Writing on paper triggers more brain activity than using a tablet or smartphone
TOKYO, Japan — As digital devices become an everyday part of society, many probably view a pen and paper as things of the past. Despite the ease of tapping information into a smartphone or tablet, a new study finds you may want to keep those paper notebooks after all. Researchers in Tokyo have discovered that people writing notes by hand display more brain activity than their peers entering data into an electronic device.
A team from the University of Tokyo adds the unique and tactile information that comes from writing things on paper may also help writers remember the information better.
“Actually, paper is more advanced and useful compared to electronic documents because paper contains more one-of-a-kind information for stronger memory recall,” says corresponding author and neuroscientist Professor Kuniyoshi L. Sakai in a university release.
“Our take-home message is to use paper notebooks for information we need to learn or memorize.”
The pen is mightier than the tablet?
It’s a common belief that digital devices help people complete tasks faster. Despite this, the study finds people writing notes by hand actually finished their task 25 percent quicker than tablet users.
Researchers add that paper notebooks also contain more complex spatial information than a digital screen. Physical paper allows the writer to add tangible permanence to their important information. Writers can also use irregular strokes to convey special meaning and uneven shapes — like a folded corner of a page. Study authors say “digital paper” is much more uniform. There is no fixed position when scrolling and the information disappears from view when users close the app.
What happens to the brain when you write on paper?
The study gathered 48 volunteers to read a fictional conversation between two people talking about their future plans. The discussion included 14 different class times, assignment due dates, and scheduled appointments. Researchers also sorted the participants — all between 18 and 29 years-old from university campuses or the NTT Data Institute of Management Consulting — into three groups, according to memory skills, personal preferences of digital or paper methods, gender, and age.
The groups then recorded the fictional schedules using a paper notebook and pen, a calendar app using a tablet and stylus, or an app on a smartphone using the touch-screen keyboard. The participants did not take extra time to memorize the information after completing the task.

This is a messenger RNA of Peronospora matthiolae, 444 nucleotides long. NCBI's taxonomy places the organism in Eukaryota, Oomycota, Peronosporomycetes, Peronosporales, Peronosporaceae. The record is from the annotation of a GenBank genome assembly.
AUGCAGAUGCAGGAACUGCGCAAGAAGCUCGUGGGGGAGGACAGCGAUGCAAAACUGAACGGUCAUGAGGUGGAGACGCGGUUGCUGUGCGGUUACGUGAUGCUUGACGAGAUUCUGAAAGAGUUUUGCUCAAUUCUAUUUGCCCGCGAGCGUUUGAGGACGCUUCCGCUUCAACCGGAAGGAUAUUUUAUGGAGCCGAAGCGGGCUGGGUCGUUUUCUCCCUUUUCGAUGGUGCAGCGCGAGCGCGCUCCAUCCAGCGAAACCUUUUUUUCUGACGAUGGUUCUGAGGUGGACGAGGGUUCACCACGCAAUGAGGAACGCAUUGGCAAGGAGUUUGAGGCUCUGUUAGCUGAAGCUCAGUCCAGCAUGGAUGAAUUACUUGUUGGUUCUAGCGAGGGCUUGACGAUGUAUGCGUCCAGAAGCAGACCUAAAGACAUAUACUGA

After a one-hour break and an “interference task” to distract the volunteers from thinking about their notes, researchers gave participants a test on the conversation. The multiple choice questions also ranged in difficultly from simple to more complex. Simple questions asked “when is the assignment due?” while others included “which is the earlier due date for the assignments?”
During this test, study authors examined brain activity using functional MRI (fMRI) scans. During this procedure, scientists say increased blood flow in specific brain regions is a sign of higher neuronal activity.
The results reveal young adults using paper completed their note-taking in just 11 minutes. Tablet and smartphone users finished in 14 and 16 minutes, respectively. Volunteers using pen and paper also scored higher on the multiple choice test. However, researchers say the participants’ brain activity reveals even greater differences.
Volunteers using paper displayed more brain activity in areas with a connection to language and imaginary visualization. They also show more activity in the hippocampus, a brain region vital to memory and navigation.
Writing on paper may also be better for kids and creativity
Study authors say the fact that writing on paper triggers activity in the hippocampus shows analog methods contain richer spatial details which make hand-written notes easier to remember.
“Digital tools have uniform scrolling up and down and standardized arrangement of text and picture size, like on a webpage. But if you remember a physical textbook printed on paper, you can close your eyes and visualize the photo one-third of the way down on the left-side page, as well as the notes you added in the bottom margin,” Sakai explains.
The team notes that it is possible to personalize digital documents, using highlighting, underlining, circling, and drawing arrows. People who prefer a digital pad can even leave virtual sticky notes that mimic analog-style spatial enrichment.
Although the experiment only included young adults, researchers believe the link between paper writing and brain activity will be even stronger in children.
“High school students’ brains are still developing and are so much more sensitive than adult brains,” Sakai adds.
“It is reasonable that one’s creativity will likely become more fruitful if prior knowledge is stored with stronger learning and more precisely retrieved from memory. For art, composing music, or other creative works, I would emphasize the use of paper instead of digital methods.”
The study appears in the journal Frontiers in Behavioral Neuroscience.